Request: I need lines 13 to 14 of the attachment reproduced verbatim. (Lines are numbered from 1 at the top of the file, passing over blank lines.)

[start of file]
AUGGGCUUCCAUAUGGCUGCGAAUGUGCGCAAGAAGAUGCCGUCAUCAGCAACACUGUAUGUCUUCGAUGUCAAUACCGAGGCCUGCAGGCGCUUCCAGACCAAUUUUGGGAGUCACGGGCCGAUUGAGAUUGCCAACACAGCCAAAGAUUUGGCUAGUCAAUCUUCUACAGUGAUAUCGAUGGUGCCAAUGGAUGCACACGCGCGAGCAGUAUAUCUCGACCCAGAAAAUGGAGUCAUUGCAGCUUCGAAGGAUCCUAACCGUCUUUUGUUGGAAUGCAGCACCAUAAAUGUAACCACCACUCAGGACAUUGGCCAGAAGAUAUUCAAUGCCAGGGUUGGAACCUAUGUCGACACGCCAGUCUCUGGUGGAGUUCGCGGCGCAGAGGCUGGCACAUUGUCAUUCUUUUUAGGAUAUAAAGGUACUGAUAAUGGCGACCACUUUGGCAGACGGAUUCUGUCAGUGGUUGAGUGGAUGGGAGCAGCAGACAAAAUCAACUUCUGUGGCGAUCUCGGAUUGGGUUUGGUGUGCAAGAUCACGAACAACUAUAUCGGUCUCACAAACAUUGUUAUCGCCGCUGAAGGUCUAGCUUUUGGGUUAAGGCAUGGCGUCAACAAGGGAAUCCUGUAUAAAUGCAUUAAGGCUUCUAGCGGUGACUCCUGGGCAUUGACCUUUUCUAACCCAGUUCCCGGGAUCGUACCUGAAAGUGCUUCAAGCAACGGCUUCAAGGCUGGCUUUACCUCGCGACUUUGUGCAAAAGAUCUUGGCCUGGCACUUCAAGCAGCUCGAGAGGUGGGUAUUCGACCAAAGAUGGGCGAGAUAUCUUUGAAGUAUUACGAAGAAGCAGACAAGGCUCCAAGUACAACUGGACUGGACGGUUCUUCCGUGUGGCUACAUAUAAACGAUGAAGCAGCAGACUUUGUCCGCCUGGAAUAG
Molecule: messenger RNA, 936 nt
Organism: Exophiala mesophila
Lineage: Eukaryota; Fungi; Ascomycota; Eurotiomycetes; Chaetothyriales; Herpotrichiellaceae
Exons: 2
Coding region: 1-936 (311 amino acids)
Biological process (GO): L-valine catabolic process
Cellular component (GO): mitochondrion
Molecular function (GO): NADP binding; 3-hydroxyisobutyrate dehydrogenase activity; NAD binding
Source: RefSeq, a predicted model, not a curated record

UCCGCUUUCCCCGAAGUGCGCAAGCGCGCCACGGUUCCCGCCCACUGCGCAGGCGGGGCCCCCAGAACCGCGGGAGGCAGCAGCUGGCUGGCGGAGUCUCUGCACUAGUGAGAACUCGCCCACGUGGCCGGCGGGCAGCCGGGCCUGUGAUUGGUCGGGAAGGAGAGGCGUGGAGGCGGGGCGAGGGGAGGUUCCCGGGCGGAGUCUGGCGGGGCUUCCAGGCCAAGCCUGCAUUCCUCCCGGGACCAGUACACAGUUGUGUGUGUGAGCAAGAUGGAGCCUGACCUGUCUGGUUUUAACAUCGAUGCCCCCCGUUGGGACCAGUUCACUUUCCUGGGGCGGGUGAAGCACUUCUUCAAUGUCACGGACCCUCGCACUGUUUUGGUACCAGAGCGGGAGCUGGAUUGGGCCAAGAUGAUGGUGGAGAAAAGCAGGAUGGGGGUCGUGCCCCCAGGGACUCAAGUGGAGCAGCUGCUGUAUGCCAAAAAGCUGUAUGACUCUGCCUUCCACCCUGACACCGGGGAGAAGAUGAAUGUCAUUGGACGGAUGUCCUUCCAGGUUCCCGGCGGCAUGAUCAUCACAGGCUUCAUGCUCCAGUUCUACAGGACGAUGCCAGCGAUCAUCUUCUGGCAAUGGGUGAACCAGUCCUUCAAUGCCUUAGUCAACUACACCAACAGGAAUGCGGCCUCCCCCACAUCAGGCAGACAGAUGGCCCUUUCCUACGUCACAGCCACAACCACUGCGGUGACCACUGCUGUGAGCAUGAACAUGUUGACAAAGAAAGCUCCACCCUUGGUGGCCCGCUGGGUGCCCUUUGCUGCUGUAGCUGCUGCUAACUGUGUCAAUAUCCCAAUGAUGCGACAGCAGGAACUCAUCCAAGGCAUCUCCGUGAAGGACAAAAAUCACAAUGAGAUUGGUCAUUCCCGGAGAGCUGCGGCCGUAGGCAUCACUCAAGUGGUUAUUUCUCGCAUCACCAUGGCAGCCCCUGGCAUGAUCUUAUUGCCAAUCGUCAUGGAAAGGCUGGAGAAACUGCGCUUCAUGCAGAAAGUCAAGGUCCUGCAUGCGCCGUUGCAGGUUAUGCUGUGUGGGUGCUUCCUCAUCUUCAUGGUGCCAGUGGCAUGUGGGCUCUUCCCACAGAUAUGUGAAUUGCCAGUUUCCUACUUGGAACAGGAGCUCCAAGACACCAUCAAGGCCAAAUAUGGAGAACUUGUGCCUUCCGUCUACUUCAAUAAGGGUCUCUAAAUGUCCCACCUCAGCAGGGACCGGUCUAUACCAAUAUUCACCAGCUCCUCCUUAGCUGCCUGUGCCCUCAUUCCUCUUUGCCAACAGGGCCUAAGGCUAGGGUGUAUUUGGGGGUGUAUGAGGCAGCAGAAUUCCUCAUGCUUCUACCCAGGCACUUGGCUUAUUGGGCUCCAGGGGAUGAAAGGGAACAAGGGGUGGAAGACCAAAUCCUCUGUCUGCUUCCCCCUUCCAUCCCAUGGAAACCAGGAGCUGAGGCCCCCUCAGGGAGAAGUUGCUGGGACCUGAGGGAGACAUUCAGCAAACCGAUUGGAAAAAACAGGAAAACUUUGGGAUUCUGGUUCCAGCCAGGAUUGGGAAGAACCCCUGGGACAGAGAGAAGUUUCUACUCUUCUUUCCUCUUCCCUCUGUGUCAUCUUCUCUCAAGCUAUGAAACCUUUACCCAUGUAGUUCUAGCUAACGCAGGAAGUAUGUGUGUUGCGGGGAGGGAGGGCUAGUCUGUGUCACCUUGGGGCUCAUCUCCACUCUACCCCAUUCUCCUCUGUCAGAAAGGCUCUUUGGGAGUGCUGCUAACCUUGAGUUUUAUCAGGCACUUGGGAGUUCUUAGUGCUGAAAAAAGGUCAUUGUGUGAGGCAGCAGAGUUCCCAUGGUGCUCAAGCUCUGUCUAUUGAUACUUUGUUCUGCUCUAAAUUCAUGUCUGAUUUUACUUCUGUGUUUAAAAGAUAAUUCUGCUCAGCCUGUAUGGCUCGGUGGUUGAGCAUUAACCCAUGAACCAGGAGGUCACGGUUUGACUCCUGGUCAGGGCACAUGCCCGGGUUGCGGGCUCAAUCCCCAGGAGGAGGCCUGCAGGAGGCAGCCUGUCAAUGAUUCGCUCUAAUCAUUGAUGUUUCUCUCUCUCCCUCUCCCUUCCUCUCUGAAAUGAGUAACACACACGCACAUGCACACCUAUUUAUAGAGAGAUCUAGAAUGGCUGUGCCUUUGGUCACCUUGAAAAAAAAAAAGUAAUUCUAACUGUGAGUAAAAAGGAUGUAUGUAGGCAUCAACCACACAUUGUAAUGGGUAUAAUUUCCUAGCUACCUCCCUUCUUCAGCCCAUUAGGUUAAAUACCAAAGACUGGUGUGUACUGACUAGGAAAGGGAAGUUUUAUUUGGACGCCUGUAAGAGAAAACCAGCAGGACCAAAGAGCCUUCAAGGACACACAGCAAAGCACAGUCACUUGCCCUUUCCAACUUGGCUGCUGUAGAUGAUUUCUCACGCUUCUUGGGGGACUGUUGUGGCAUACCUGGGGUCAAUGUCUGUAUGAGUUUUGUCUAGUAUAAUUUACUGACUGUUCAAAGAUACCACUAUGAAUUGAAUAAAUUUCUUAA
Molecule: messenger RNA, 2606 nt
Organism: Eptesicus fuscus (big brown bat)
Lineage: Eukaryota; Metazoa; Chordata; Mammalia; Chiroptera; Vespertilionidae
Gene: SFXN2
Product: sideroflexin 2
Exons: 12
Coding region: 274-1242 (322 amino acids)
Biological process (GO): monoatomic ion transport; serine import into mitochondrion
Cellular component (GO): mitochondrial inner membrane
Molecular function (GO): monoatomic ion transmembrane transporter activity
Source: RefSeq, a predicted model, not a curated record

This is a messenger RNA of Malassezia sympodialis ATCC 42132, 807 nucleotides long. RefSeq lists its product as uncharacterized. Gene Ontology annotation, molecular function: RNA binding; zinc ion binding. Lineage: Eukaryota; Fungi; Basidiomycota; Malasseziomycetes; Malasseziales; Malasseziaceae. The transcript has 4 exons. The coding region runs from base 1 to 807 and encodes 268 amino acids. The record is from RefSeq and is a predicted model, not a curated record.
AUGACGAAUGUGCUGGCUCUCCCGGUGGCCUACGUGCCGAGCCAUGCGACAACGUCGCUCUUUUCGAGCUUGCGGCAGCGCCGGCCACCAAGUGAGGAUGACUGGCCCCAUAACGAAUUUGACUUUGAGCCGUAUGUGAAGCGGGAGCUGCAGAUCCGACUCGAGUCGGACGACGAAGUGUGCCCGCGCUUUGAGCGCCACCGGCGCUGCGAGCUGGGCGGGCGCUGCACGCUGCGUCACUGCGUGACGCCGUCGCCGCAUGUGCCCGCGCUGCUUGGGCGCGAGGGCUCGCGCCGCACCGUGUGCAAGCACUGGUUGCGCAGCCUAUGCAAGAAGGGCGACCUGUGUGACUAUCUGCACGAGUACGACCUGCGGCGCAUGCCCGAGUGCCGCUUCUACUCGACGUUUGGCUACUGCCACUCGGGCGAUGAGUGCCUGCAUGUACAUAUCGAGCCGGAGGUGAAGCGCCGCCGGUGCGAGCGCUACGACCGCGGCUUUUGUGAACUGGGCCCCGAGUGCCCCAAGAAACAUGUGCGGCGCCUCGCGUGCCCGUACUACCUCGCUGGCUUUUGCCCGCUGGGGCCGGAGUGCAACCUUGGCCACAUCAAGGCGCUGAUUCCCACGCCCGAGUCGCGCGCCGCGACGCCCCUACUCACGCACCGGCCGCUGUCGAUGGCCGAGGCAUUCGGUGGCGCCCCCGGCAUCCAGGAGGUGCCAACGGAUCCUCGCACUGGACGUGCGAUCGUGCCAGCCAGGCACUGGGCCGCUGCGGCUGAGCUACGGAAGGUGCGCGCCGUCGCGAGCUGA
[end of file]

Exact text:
Organism: Eptesicus fuscus (big brown bat)
Lineage: Eukaryota; Metazoa; Chordata; Mammalia; Chiroptera; Vespertilionidae